Cornering is a huge one. I’ve heard pros say it’s something they’re always working on – which definitely makes me feel better about the state of my cornering... At one point, I had a major disconnect as far as knowing what I needed to do, but not being able to get my body do it. Some MTB instructors use the analogy of having a flashlight in your bellybutton and shining it around the corner. I thought about this as I was riding, but couldn’t get my body to respond. When brain and body finally decided to work together, I really understood why this works so well! I still need to remind myself to do it though – once wasn’t enough to ingrain it. It can take patience and a lot of practice to master specific skills. Even if a skill isn’t do-able yet, I like to think about the mechanics of how a skill works (over and over again) to help solidify the concept.

Are there still handling or technical riding aspects that you find tricky? How do you not let that drag you down when riding?
There’s a mental aspect to riding that I struggle with, especially with new trails and jumps. If something is new to me, I tend to be timid even when I know I can do it – because I want to avoid sitting on the sidelines healing from an injury. Riding with close friends that have a higher skill level is really beneficial for me. I can follow them into sections of trail I want to work on, and kind words of encouragement usually help too! Another tool I love to think about is the “catalog”. Anytime I ride a technical section of trail, tight corners, drop, jump or other feature I try to take a mental snapshot and add it to my “catalog”. When I encounter a new trail feature, I can then draw up the item in my index, compare it to other features I’ve ridden, and that usually helps it to seem a little less daunting!

What do you love about riding your bike?
This is not easy to sum up, because I love EVERYTHING about it – the physical benefit, being outdoors, camaraderie, challenge, adventure. I’m in awe of how progression works, and the results of accumulated experience are incredible. It’s fun to note others progression and share in their joy of hitting new features or technical sections!

Tell us about your bike(s), what they are like and why did you choose them?

There are times in my life where I’ve had one bike that I rode everywhere. A trail bike can accomplish so much! These days, my favorites are a trail bike, DH bike and steel dirt jumper.

You used to work in bike shops, what were your jobs?

For my first bike shop job I was hired as a mechanic, primarily to build new bikes. From there, I was able to work into more technical repairs, and even try my hand at working the sales floor. Mechanics was my preference – but do not be fooled, because in no way was I mechanically inclined when I started. It took a lot of time and practice. I was worried about what others thought of me if I messed up or didn’t know something, but for the most part the people I worked with were helpful and understanding.

Were there challenges being a woman working in a bike shop?
There were definitely times where I felt my opinion and experience wasn’t regarded as seriously as I thought it should be. At times, I felt like it was easier for my male co-workers to gain rapport. On the other hand, having the opportunity to work with female customers was extremely rewarding!

Why should women not be afraid to seek employment in bike shops or the bike industry?
As women, we often times offer a different perspective and experience than men. I think this is incredibly valuable. Over the past handful of years, I’ve certainly noticed more and more women riding trail bikes, shredding bike parks, dirt jumping – and not surprisingly working in bike shops and the bike industry as a whole.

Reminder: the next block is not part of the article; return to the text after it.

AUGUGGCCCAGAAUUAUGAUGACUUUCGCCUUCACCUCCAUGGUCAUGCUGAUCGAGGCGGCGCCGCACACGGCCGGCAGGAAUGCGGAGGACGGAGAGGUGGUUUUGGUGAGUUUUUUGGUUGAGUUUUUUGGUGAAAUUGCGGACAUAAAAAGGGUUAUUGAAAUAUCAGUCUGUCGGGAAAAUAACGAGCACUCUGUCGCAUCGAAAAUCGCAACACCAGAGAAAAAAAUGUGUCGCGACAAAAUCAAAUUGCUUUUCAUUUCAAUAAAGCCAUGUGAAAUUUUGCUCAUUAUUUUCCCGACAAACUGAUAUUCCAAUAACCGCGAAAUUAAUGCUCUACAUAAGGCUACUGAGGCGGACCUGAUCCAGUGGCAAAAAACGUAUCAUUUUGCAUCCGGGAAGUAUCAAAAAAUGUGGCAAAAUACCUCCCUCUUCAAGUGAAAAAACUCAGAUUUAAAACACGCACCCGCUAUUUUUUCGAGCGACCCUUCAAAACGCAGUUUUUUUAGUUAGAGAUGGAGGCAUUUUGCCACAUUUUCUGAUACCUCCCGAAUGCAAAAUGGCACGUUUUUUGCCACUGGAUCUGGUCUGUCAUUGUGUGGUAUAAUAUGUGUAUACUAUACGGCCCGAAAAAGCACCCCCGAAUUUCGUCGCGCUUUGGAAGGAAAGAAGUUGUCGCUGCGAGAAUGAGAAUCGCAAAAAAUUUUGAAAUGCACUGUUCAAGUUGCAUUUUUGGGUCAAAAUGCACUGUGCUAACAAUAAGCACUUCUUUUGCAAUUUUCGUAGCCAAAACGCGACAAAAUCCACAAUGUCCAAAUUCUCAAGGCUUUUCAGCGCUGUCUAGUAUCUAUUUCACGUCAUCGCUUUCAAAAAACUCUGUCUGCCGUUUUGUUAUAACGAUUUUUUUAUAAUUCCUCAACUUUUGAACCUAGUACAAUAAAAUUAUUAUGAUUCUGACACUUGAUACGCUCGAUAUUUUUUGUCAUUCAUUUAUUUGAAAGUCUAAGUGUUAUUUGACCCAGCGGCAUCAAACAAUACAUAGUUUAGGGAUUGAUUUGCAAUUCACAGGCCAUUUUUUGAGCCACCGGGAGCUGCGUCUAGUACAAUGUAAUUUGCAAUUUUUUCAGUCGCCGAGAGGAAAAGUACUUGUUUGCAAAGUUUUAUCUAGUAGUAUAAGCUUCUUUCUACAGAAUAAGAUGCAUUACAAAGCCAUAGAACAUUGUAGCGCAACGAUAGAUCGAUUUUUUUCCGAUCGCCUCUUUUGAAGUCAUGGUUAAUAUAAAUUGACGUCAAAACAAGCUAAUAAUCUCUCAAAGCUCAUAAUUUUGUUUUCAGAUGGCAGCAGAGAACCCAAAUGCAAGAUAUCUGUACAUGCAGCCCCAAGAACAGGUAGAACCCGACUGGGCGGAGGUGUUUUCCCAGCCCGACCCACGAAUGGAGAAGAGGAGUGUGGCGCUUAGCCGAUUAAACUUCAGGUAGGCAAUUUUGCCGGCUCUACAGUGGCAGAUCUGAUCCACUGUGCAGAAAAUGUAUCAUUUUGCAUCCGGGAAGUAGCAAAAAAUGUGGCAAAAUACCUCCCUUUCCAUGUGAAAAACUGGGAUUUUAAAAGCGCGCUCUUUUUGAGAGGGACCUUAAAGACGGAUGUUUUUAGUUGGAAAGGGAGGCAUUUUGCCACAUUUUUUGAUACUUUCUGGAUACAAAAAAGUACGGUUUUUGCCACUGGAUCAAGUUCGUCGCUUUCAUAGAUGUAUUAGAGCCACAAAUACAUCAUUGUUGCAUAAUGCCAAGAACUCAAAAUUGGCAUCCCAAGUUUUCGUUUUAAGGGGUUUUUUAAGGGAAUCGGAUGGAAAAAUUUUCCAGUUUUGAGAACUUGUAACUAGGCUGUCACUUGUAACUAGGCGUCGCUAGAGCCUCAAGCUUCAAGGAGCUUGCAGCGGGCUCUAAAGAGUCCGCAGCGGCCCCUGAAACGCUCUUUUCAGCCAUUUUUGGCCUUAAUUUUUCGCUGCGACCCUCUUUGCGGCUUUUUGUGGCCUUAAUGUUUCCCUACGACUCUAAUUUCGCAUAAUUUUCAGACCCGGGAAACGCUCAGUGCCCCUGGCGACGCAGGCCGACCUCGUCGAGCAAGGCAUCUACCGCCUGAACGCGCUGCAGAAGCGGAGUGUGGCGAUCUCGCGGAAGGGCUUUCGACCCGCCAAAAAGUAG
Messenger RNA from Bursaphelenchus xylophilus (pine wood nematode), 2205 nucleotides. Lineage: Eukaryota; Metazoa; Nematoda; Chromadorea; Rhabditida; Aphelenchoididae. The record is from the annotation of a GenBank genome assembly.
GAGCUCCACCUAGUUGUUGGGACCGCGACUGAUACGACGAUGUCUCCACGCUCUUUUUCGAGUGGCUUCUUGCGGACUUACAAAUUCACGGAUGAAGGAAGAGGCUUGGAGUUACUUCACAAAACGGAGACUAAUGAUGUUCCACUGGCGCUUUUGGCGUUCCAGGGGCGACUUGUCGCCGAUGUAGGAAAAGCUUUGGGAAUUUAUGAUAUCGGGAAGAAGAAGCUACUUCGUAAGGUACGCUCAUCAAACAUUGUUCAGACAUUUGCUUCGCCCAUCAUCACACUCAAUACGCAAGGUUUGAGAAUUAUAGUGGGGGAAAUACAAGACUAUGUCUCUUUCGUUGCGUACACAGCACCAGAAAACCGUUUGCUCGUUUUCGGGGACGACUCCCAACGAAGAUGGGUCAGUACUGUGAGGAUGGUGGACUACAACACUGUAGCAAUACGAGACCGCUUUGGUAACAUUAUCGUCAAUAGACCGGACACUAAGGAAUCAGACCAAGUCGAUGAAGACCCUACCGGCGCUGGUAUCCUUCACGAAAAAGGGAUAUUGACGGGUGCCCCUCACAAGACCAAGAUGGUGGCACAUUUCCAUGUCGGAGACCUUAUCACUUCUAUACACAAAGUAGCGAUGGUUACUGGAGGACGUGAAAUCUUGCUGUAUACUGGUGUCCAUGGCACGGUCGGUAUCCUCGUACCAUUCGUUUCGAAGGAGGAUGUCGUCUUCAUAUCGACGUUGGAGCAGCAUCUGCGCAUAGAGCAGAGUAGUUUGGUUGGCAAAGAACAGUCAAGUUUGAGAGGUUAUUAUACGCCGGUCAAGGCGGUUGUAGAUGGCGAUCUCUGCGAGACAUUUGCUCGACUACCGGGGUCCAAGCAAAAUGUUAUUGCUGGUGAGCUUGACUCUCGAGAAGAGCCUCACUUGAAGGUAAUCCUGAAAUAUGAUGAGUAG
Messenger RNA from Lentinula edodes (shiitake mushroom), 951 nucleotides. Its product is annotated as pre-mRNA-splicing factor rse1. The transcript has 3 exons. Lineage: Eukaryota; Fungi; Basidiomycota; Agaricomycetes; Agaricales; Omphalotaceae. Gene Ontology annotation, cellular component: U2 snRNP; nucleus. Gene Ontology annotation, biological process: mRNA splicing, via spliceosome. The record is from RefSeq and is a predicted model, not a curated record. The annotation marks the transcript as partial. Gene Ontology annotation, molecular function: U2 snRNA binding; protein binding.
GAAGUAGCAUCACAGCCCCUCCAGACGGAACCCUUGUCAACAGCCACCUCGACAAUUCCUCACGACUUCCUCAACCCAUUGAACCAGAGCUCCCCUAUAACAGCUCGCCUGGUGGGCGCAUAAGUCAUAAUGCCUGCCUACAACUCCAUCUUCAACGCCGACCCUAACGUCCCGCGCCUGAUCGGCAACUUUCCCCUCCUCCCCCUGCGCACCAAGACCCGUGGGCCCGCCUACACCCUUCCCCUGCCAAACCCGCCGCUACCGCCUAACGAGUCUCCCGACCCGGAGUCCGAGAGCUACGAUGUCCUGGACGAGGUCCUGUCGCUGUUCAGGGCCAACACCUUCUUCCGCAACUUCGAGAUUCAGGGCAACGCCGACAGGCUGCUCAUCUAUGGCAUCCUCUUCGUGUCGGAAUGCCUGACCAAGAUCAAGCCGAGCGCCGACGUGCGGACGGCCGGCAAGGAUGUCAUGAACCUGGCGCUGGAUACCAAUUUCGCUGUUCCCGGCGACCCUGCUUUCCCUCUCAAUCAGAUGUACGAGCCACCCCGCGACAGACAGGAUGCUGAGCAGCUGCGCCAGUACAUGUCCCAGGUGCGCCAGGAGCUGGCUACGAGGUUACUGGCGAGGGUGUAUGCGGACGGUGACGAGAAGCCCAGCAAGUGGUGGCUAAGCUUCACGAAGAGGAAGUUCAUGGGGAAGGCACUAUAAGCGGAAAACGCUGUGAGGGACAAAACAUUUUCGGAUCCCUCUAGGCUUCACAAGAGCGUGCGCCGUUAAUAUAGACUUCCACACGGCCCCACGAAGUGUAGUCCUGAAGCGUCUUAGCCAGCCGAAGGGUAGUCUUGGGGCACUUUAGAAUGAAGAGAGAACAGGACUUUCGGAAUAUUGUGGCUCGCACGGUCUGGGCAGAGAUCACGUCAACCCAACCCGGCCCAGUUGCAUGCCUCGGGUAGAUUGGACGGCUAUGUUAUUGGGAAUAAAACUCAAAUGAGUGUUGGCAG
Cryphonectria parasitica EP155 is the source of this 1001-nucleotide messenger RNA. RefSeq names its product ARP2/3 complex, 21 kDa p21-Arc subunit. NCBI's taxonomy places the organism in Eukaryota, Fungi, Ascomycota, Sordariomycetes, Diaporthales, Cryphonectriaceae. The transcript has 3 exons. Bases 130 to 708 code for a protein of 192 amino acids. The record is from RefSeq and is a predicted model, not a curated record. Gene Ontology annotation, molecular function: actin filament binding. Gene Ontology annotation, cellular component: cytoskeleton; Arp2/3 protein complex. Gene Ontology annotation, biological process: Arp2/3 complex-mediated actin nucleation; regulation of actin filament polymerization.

You are a PMBI level 1 certified- what inspired you to get involved with coaching?
Personal experience has been my main motivator to coach. As a high schooler I had the good fortune to be on a snowboard team (not mountain biking, but another alternative to traditional school sports). The experience of being a part of such a community and having dedicated coaches had a big impact on me. The coach for the girl’s team was an absolute shredder, and we all looked up to her! I want to be a part of providing bike related programs for youth, and especially girls, because of the positive impact bikes have on individuals and entire communities.

What do you feel deters women from getting involved with cycling? Especially mountain biking?
I don’t think we’re as eager to throw caution to the wind as men are. Call it lower testosterone levels, or self-preservation, we’re generally more cautious. Not to say there aren’t exceptions.

It’s nice to have buddies to ride with, and I understand that going riding with a bunch of guys who are already experienced mountain bikers can be pretty intimidating. As the number of women riders grows, more and more groups are being formed with opportunities for riders of different skill levels to ride with each other. There are also a handful of women’s only skills clinics that take place in many locations across the country. The organizers of women’s groups & clinics in Bellingham and beyond are doing a fantastic job of creating controlled, supportive opportunities for women to build their skills and ride with others.

What do you feel could happen in the industry and/or locally to encourage more women to ride?
There are more and more women’s riding groups, events and clinics in our area than ever before. It’s truly inspiring to see others take on such efforts, and it’s a huge asset to our local community. The best part is, these things are happening across many communities and it seems that it’s all just continuing to grow!
Whatcom Composite High School Mountain Bike Team.
I'm fourth from the right, and our head coach Evan is to the left of me (if you're looking at me).
Just for the record, the boys chose hot pink for our team shirts!
What inspires you to encourage women to ride?
Simply seeing others enjoying their bikes, building skills & real connections with other riders are big inspirations. It’s exciting to have breakthroughs in riding, and witness others overcome the same obstacles.

Tell us a random fact about yourself –
I once had the chance to weld my own dirt jump frame! I then proceeded to break it (but not myself) riding in a skatepark!